Estonian shared services centres behind success of foreign multinationals
Aripaev writes that shared services centres that foreign multinationals have set up in Estonia in recent years are notably successful.
According to company executives, the secret is that these centres employ local Estonians who are very competent people and responsible for very specific areas, quotes balticbusinessnews.com.
Kai Realo, head of Statoil Fuel & Retail Eesti, says that the company’s financial services centre that was set up in Estonia five years ago in Estonia is working very well.
“They are real professionals,” she says, adding that the centre empoys eight people including financial specialist and accountants.
“It’s a financial centre of the whole Statoil gropu and is responsible for managing the group’s short-term liquidity and currency positions, bank settlement solutions and accounting of financial assets,” explained Realo.
“Our parent company was planning cost-cutting and was looking for a country where people would be skilled in German, Norwegian, Swedish, French and English, and serve our key markets,” says Angel Moledo, CEO of Hurtigruten Estonia that specialises in organising cruise tourism.
The company used to outsource services from a company in Tallinn, but then decided to set up its own office.
“It was the right decision. Our Tallinn shared services centre has already obtained new tasks including accounting and customer service,” added Moledo.
IT CENTRE TO HIRE MORE PEOPLE
The IT centre of global logistics operator Kühne+Nagel in Tallinn that was seat up in 2012 employs 250 qualified IT specialists and this year has hired over 50 new employees.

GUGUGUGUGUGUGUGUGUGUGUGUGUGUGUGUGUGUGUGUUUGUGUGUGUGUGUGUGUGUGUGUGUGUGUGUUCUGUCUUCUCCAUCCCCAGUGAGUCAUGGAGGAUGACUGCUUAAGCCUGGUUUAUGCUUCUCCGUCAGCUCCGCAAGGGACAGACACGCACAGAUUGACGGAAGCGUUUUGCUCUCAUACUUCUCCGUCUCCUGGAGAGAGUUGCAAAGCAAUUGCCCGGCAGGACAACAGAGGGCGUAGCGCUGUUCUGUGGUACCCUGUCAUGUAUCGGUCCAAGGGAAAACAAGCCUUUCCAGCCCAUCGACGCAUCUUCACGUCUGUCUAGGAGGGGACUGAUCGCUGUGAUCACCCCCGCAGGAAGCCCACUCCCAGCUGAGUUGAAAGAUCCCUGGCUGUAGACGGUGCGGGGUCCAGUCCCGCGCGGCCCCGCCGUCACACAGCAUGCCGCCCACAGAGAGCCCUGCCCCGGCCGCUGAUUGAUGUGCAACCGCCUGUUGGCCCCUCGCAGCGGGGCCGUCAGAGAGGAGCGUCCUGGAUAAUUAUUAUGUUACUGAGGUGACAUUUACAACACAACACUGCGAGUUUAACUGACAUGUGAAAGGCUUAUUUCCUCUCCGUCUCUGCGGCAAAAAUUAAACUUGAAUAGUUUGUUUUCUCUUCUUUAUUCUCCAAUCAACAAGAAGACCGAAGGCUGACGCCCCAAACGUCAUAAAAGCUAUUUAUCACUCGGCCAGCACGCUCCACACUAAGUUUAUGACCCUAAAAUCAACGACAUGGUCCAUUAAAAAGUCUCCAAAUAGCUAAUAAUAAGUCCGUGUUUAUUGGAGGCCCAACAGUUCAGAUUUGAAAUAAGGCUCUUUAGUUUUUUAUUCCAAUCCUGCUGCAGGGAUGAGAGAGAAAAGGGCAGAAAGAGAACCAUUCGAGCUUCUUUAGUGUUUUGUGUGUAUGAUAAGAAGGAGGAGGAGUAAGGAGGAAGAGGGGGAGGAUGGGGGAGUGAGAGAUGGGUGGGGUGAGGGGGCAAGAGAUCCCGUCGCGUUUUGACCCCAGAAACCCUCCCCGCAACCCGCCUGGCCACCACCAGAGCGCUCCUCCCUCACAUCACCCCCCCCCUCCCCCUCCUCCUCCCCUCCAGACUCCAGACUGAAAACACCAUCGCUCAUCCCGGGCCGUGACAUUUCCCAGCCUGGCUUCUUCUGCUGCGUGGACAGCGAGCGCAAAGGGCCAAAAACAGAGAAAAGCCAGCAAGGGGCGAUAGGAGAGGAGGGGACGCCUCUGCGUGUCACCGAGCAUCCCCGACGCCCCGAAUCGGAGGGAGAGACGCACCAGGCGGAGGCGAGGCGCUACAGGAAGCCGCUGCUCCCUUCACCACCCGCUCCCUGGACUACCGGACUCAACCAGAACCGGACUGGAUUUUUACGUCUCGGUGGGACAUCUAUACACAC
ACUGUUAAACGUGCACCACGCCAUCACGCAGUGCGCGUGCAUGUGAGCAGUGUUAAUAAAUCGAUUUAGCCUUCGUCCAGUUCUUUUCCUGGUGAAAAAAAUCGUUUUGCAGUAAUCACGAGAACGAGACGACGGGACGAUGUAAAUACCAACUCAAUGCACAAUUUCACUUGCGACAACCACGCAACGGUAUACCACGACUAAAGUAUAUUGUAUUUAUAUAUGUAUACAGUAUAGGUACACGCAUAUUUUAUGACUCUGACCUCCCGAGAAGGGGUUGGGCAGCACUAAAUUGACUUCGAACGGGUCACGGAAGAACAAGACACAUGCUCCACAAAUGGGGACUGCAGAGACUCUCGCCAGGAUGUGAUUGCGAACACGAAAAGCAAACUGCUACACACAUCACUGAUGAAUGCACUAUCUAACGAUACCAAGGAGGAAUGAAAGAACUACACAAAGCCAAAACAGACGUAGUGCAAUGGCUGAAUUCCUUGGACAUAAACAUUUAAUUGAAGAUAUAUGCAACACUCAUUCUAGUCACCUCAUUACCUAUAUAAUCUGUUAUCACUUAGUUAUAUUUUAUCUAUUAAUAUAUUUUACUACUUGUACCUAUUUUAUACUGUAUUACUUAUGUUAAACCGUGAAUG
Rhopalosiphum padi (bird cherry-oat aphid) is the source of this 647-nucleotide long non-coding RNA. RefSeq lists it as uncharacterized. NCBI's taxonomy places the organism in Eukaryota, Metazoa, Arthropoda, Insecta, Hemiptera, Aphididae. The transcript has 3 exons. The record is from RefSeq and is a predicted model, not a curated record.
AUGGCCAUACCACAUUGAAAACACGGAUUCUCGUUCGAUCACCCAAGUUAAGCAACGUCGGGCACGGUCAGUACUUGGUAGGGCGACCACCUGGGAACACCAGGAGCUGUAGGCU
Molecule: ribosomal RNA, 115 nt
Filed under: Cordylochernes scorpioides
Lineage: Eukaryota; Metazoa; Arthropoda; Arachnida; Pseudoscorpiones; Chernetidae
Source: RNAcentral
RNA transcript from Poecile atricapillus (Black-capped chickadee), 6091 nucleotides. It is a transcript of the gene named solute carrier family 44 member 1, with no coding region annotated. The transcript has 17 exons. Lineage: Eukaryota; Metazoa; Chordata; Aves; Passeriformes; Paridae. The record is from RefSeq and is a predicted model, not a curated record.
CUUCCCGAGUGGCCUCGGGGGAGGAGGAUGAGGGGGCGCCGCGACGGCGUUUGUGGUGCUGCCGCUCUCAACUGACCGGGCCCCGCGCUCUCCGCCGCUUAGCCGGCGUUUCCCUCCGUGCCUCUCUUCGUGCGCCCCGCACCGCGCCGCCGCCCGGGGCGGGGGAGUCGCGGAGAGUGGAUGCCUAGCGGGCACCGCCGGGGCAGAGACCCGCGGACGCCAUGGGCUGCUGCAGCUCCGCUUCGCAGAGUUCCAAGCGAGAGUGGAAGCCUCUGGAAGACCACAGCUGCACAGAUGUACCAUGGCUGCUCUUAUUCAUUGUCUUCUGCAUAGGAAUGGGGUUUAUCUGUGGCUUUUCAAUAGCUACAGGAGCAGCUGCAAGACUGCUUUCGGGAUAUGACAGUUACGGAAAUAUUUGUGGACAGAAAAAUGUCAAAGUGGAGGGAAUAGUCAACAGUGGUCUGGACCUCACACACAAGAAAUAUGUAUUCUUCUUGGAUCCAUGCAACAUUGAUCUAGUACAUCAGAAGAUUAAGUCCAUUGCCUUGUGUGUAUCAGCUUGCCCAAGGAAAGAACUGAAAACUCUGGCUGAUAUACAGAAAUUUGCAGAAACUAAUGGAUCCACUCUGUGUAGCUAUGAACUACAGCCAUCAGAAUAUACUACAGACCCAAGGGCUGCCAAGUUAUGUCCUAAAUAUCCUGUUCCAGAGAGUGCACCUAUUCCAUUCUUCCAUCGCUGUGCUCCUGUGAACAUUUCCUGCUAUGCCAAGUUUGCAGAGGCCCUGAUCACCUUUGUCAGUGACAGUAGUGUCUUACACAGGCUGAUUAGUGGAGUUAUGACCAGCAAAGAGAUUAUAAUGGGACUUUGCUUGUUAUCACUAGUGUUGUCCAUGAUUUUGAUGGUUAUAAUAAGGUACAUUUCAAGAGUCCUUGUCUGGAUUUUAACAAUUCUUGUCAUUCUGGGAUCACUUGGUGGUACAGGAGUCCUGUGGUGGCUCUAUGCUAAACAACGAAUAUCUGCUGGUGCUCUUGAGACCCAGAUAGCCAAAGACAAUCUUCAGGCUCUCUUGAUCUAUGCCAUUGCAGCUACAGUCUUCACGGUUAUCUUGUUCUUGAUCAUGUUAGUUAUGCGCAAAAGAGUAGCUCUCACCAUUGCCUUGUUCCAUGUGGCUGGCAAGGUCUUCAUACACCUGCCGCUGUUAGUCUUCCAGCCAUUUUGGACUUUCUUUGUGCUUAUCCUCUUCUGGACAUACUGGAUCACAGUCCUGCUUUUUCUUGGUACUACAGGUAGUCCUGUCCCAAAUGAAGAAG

Says Mart Ambur, head of the IT centre: “The IT centre in Tallinn has been growing throughout its brief history.
“Of all possible locations, we decided in favour of Estonia and Tallinn because of good investment climate and pragmatic attitude towards IT solutions,” said Ambur.
Martin Leiger, press spokesperson of the global financial services centre of Scandinavian forestry giant Stora Enso in Tallinn, says that centralisation of support services is relatively common both in Stora Enso and in the forestry business.
Leiger explains that the group chose Tallinn because of many factors, including access to competent people skilled in foreign languages, developed business environment, and proximity to Helsinki where Stora Enso has its head office.
“We have been growing relatively rapidly in recent years, and now are at a stable level. What has changed is that we are now hiring more experts,” he added.
GROWTH AND DEVELOPMENT
Helje Nurga, head of the Tallinn-based financial services company of Finnish oil and gas company Fortum, says that the centre is growing and developing fast.
“We have about 7 employees and the volume of work has been relatively stable over the years. Most of the business is conducted with the Scandinavian companies of the Fortum group.
Nurga said that the company wants to increase its business profile asthere are competent and skilled employees in Estonia.